“Coach (Prohm) is in here earning our trust and our respect every day,” said senior forward Georges Niang. “Even though he’s not trying to cross any of our toes, he puts his foot down when he needs to and lets us know that stuff needs to get done. I think he has a great combination of how to keep us motivated…and still be stern and be able to get the most out of us.”

Fred Hoiberg’s departure for the Chicago Bulls after five mostly successful seasons gave Prohm a shot at a national title. The roster Hoiberg left behind for Prohm is loaded.

Niang, a likely preseason first-team All-American, second-team All-Big 12 point guard Monte Morris and league defensive player of the year Jameel McKay headline one of the nation’s most talented starting units. Throw in veterans like Naz Long, Matt Thomas, Abdel Nader and transfer Deonte Burton, and Prohm might just have the best roster a new Power Five coach has inherited since Bill Guthridge took over for Dean Smith at North Carolina in 1997.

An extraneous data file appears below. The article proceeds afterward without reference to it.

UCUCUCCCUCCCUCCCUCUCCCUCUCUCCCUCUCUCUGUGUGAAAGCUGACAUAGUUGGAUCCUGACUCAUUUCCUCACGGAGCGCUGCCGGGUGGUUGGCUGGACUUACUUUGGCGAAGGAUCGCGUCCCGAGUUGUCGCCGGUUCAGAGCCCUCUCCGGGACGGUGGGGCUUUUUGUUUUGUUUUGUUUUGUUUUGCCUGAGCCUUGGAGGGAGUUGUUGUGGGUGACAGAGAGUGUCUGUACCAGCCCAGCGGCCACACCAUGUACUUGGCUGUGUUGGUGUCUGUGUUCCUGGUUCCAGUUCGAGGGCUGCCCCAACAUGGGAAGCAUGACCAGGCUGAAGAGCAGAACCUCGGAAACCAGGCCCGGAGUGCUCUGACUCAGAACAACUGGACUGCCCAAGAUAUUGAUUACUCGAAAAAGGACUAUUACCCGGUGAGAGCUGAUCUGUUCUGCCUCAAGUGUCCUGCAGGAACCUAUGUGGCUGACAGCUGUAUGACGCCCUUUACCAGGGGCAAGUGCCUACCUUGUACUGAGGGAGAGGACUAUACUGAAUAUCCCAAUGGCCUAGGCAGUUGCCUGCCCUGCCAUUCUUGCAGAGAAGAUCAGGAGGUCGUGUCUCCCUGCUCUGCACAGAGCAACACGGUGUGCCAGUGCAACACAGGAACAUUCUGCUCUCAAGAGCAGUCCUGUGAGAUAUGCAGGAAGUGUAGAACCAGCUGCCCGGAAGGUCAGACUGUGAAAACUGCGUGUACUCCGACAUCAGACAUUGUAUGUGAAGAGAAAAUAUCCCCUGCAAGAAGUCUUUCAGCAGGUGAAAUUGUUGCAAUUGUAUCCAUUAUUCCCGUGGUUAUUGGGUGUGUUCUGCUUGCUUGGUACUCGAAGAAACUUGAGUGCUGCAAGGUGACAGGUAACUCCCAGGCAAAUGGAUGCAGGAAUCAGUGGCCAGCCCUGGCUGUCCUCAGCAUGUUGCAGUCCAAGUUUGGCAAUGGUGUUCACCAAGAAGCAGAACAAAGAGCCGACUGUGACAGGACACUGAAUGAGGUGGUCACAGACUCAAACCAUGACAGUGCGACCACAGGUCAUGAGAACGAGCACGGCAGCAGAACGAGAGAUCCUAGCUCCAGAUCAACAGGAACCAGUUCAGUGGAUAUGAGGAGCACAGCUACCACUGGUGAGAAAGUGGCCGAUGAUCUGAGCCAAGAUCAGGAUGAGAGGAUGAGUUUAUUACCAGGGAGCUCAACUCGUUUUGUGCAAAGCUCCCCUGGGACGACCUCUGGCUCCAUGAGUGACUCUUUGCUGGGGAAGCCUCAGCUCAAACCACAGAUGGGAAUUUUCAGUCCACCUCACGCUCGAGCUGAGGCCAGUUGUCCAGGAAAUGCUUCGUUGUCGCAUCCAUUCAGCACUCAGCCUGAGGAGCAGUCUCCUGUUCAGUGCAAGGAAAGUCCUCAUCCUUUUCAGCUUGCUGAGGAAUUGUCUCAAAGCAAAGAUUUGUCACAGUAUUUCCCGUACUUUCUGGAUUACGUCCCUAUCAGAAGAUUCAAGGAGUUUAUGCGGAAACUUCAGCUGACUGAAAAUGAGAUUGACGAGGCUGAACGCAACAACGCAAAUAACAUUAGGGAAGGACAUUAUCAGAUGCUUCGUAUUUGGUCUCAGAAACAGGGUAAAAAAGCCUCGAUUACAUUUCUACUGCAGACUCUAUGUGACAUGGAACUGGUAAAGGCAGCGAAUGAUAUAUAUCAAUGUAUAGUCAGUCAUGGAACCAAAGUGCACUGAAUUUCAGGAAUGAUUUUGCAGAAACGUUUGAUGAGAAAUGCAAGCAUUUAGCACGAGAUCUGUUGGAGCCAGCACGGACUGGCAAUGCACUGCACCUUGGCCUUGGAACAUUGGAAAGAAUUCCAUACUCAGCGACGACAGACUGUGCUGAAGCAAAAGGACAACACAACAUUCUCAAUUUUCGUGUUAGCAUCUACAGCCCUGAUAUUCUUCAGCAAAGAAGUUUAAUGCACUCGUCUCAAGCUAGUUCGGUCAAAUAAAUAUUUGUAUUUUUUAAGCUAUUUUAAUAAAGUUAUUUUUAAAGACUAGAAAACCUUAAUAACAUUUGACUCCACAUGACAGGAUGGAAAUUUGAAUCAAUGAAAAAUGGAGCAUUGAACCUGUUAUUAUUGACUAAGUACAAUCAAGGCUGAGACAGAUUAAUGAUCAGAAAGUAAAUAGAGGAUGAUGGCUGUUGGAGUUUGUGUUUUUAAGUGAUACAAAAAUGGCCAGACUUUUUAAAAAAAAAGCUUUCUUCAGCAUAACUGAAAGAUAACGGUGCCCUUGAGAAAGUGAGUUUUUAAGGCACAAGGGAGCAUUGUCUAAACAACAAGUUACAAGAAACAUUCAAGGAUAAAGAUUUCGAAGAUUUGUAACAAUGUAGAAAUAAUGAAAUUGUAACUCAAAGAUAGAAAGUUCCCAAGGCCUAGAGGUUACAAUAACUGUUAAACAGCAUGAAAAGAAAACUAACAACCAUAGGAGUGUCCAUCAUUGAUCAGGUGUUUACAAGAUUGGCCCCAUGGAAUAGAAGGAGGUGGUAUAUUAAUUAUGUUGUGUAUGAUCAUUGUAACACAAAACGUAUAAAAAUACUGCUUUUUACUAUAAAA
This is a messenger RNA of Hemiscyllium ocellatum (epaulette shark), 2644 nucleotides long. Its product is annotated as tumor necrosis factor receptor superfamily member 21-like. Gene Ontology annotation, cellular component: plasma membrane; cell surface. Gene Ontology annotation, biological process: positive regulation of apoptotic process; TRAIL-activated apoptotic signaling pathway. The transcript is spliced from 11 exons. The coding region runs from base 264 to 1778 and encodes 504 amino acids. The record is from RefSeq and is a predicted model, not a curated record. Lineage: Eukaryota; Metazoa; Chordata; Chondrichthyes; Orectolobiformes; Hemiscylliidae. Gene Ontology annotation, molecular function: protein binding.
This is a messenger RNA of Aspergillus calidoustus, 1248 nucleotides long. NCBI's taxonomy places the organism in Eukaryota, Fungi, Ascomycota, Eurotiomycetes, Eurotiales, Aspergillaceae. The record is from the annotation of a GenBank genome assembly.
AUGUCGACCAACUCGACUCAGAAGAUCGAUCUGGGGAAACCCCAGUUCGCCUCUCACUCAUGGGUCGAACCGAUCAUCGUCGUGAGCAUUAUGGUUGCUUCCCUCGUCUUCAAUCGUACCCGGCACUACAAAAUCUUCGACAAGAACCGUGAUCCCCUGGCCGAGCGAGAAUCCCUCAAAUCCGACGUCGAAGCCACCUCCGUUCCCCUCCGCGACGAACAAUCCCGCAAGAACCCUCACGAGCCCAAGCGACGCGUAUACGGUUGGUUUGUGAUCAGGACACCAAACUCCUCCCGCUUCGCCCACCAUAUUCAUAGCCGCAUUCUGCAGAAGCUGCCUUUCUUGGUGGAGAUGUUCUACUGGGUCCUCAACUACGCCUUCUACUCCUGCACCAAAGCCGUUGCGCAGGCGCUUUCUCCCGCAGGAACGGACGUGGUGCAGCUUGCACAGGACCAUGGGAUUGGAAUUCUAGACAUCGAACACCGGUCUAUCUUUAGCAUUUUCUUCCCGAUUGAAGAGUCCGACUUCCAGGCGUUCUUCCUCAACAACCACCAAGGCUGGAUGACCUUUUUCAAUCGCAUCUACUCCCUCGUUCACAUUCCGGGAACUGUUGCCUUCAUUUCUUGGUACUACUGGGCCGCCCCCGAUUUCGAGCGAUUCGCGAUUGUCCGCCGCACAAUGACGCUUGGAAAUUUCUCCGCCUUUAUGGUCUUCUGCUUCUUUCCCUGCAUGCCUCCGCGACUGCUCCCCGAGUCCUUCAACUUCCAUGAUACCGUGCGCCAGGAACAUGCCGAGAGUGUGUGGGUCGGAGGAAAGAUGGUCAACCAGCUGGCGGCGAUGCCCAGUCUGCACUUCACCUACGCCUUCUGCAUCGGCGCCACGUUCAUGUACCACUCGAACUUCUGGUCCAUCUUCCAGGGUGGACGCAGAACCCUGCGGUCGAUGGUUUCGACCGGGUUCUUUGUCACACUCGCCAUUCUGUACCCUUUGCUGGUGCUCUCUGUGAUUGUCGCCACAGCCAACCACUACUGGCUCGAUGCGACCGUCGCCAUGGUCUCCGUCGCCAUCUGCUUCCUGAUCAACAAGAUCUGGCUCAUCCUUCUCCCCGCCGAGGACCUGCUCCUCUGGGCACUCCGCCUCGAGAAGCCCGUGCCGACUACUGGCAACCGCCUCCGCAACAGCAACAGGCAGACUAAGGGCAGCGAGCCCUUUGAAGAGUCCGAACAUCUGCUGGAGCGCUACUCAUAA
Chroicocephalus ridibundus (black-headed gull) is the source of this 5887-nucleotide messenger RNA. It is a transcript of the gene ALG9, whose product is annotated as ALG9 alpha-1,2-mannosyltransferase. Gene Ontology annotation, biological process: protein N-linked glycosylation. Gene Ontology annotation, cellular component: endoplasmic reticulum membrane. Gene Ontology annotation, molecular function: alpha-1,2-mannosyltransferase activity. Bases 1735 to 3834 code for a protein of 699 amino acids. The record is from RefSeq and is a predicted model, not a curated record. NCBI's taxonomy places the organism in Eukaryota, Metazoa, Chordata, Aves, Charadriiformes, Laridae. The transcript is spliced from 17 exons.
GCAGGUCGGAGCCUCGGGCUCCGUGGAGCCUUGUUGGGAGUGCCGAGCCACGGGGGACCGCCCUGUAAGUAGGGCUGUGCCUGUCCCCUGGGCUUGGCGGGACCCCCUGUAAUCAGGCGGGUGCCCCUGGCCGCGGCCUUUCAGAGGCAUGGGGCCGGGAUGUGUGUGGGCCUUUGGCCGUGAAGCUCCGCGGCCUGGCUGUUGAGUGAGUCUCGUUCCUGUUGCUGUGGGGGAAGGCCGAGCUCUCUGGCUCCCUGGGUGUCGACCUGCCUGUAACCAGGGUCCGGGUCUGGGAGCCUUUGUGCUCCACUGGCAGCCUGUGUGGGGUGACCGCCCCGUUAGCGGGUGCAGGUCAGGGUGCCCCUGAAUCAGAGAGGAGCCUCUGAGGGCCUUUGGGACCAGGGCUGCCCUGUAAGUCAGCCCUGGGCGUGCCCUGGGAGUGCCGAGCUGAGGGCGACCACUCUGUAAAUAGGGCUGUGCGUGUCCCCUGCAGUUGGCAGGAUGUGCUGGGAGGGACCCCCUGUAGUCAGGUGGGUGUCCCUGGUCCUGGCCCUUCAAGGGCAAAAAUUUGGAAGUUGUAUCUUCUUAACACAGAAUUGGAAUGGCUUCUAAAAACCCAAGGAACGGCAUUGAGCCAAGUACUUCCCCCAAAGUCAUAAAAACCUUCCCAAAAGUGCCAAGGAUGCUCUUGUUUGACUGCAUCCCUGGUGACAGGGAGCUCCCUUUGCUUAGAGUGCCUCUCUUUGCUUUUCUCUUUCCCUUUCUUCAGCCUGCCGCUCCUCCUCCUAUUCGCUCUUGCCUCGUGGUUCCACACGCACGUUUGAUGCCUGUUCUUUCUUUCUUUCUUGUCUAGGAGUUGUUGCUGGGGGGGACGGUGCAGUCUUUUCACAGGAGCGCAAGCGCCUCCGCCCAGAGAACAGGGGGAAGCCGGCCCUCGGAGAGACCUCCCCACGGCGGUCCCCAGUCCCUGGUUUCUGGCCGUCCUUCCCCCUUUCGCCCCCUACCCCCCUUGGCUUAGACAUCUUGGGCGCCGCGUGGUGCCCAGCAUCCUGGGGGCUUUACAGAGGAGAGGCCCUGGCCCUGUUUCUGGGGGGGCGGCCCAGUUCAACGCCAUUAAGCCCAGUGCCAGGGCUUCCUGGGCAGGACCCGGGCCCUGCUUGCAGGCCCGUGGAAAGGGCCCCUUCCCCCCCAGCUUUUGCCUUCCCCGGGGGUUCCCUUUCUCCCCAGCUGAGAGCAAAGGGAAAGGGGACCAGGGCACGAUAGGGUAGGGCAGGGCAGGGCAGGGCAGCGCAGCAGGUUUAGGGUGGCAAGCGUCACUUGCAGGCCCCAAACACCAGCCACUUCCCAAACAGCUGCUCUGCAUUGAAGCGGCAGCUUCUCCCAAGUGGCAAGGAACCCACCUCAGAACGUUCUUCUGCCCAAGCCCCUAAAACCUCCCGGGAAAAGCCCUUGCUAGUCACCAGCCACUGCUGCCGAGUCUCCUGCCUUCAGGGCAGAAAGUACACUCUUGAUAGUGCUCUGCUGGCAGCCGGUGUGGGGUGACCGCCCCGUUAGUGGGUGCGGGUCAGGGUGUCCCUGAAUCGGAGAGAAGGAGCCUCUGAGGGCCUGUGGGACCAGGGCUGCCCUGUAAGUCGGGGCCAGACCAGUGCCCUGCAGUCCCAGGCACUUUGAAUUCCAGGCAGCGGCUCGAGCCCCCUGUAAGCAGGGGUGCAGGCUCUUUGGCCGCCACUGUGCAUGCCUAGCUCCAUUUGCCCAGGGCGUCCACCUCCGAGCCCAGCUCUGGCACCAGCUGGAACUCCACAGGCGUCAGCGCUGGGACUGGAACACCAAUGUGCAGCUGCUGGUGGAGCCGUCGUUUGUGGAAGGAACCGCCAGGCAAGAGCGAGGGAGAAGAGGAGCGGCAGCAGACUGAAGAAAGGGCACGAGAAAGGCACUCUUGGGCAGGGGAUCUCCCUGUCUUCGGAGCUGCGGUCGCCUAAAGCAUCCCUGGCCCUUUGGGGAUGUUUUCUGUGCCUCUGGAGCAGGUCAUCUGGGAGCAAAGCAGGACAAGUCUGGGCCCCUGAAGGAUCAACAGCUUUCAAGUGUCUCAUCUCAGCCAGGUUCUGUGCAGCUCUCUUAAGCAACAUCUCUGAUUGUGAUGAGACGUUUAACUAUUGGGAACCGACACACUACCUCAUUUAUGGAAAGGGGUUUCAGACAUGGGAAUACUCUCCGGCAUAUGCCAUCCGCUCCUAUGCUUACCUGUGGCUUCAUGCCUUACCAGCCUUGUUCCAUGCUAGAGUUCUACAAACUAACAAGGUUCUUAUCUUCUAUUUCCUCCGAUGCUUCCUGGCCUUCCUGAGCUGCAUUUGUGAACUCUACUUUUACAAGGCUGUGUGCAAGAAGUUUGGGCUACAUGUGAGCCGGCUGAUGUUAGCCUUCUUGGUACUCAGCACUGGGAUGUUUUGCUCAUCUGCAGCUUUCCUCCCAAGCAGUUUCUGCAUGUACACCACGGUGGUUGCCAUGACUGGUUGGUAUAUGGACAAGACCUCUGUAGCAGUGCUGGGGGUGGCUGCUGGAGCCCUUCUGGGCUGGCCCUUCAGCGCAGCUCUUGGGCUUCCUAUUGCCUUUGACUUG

Guthridge reached the Final Four with his first team.

Prohm isn’t shying away from the notion that Iowa State is among the handful of teams with serious national title aspirations.

“Yeah, they’re realistic,” Prohm said when asked about the sky-high expectations for this year’s team. “I think we have the opportunity to have a very special season.”

The similarities between what type of styles Prohm and Hoiberg use was cited as a big reason why Iowa State hired him. Hoiberg even lobbied for Prohm to athletic director Jamie Pollard during the hiring process.

To that end, Prohm is going to let his players have a ton of input on how they play. Prohm doesn’t plan many changes, just tweaks that mostly involve techniques to improve Iowa State’s somewhat inconsistent rebounding and defense.

“I don’t need to say, `This is the way we’re doing things guys because this is the way I did it.’ That’s stupid,” Prohm said. “I need to meet these guys halfway.”

Prohm also acknowledged that he’ll be doing quite a bit of learning himself this season. But Prohm said he intends to embrace the unique opportunity he’s been afforded.

“This is a great situation to walk into. No question,” Prohm said. “Is there pressure? Yeah. But who wants a job with no pressure?”